Lyndon B. Johnson photo

Remarks Upon Arrival at the RAAF Fairbairn Airport, Canberra, Australia

October 20, 1966

Your Excellency the Governor General and Lady Casey, Mr. Prime Minister and Mrs. Holt, Mr. Deputy Prime Minister and Mrs. McEwen, Sir Alister and Lady McMullin, Sir John and Lady McLeay, Mr. Chief Justice and Lady Barwick, Your Excellencies, Members of the Cabinet and the Parliament, ladies and gentlemen:

The Vice President told me about how the good people of this land took him into their hearts when he recently visited you. My mouth has been watering ever since because I wanted to be where he was. Now, tonight, I feel that I have returned to my second home. When I first came here a quarter of a century ago, I thought that I had not left home at all, so much did your plains, your hills, and your bush country, your cattlemen, your cattle, and your sheep remind me of my native land of Texas.

I soon learned that the real similarities between us are far deeper and far more meaningful than those landscapes and livestock. The real equation was human. Here in Australia was the same openness, the same virility, the same self-confidence, the same generosity of spirit that I had treasured in my own country.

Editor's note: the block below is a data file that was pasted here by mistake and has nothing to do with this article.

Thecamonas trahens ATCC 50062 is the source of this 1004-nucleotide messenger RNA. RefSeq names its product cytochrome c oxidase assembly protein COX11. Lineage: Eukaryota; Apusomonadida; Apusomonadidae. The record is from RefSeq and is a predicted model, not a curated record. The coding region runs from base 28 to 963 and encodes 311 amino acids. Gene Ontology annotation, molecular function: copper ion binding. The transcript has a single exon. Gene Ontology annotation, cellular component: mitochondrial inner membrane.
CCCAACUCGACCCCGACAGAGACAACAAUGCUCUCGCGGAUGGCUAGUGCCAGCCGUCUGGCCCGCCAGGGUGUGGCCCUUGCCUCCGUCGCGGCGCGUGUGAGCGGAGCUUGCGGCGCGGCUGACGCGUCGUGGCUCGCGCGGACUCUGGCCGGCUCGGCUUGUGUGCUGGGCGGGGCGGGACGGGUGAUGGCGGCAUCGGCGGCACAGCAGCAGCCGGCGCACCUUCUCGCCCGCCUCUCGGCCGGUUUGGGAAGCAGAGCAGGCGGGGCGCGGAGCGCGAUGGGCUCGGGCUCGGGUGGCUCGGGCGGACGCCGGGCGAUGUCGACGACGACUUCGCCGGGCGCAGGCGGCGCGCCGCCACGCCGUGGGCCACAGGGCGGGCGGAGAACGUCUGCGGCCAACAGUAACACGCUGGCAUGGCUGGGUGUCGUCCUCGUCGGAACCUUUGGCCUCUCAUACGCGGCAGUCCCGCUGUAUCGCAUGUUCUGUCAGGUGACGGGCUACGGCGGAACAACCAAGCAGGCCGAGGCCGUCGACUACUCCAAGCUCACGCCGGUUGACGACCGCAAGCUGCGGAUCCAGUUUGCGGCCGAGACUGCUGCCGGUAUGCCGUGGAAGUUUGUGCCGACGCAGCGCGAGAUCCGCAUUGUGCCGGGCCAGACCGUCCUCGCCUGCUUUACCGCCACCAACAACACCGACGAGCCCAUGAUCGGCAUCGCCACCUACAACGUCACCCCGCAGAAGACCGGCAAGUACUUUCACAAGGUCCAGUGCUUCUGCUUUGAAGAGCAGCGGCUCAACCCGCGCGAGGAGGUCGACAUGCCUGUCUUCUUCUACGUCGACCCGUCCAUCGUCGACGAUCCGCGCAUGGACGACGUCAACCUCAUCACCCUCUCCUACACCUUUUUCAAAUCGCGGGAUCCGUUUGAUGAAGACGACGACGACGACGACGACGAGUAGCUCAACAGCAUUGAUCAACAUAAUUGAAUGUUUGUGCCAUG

I am honored beyond measure tonight, upon my arrival, to see the cream and flower of your young manhood, who have rendered such gallant and distinguished service in Vietnam, come here to meet me. Because as I look upon that uniform with that hat turned to the side, it represents to me the highest degree of patriotism, the greatest amount of courage, and the kind of a neighbor that America always wants to have.

Mr. Prime Minister, I don't know what you are claiming credit for these days, but if you and the leader of the opposition will join, I want to thank both of you for that beautiful Texas sunset and for that wonderful American rainbow that I saw as I came in.

When I came here a quarter of a century ago, the people of Australia were engaged in a struggle to preserve freedom, a struggle to protect their homes, a struggle to advance the cause of peace for all men.

The Japanese were just 35 miles across the Owen-Stanley Range and they were coming in your direction. Then as tonight, Australian sons were fighting side by side with ours. Their gallantry then in Egypt, in Italy, in the South Pacific, inspired us to believe that our cause of right would one day prevail. Their gallantry tonight in Vietnam is one reason for the faith that we all have that aggression there will not succeed.

I came to Australia in 1942 on a mission of war. Now, more than 24 years later, I return tonight on a mission of hope. I cannot say that miracles will occur at Manila. I carry no magic wand. The hard work of securing the peace is never done by miracles.

I cannot say that the hunger and injustice of the past will be ended by a declaration of seven nations in Manila. Years must pass, years of dedication and patient effort, before men can make the kind of just society of which they dream.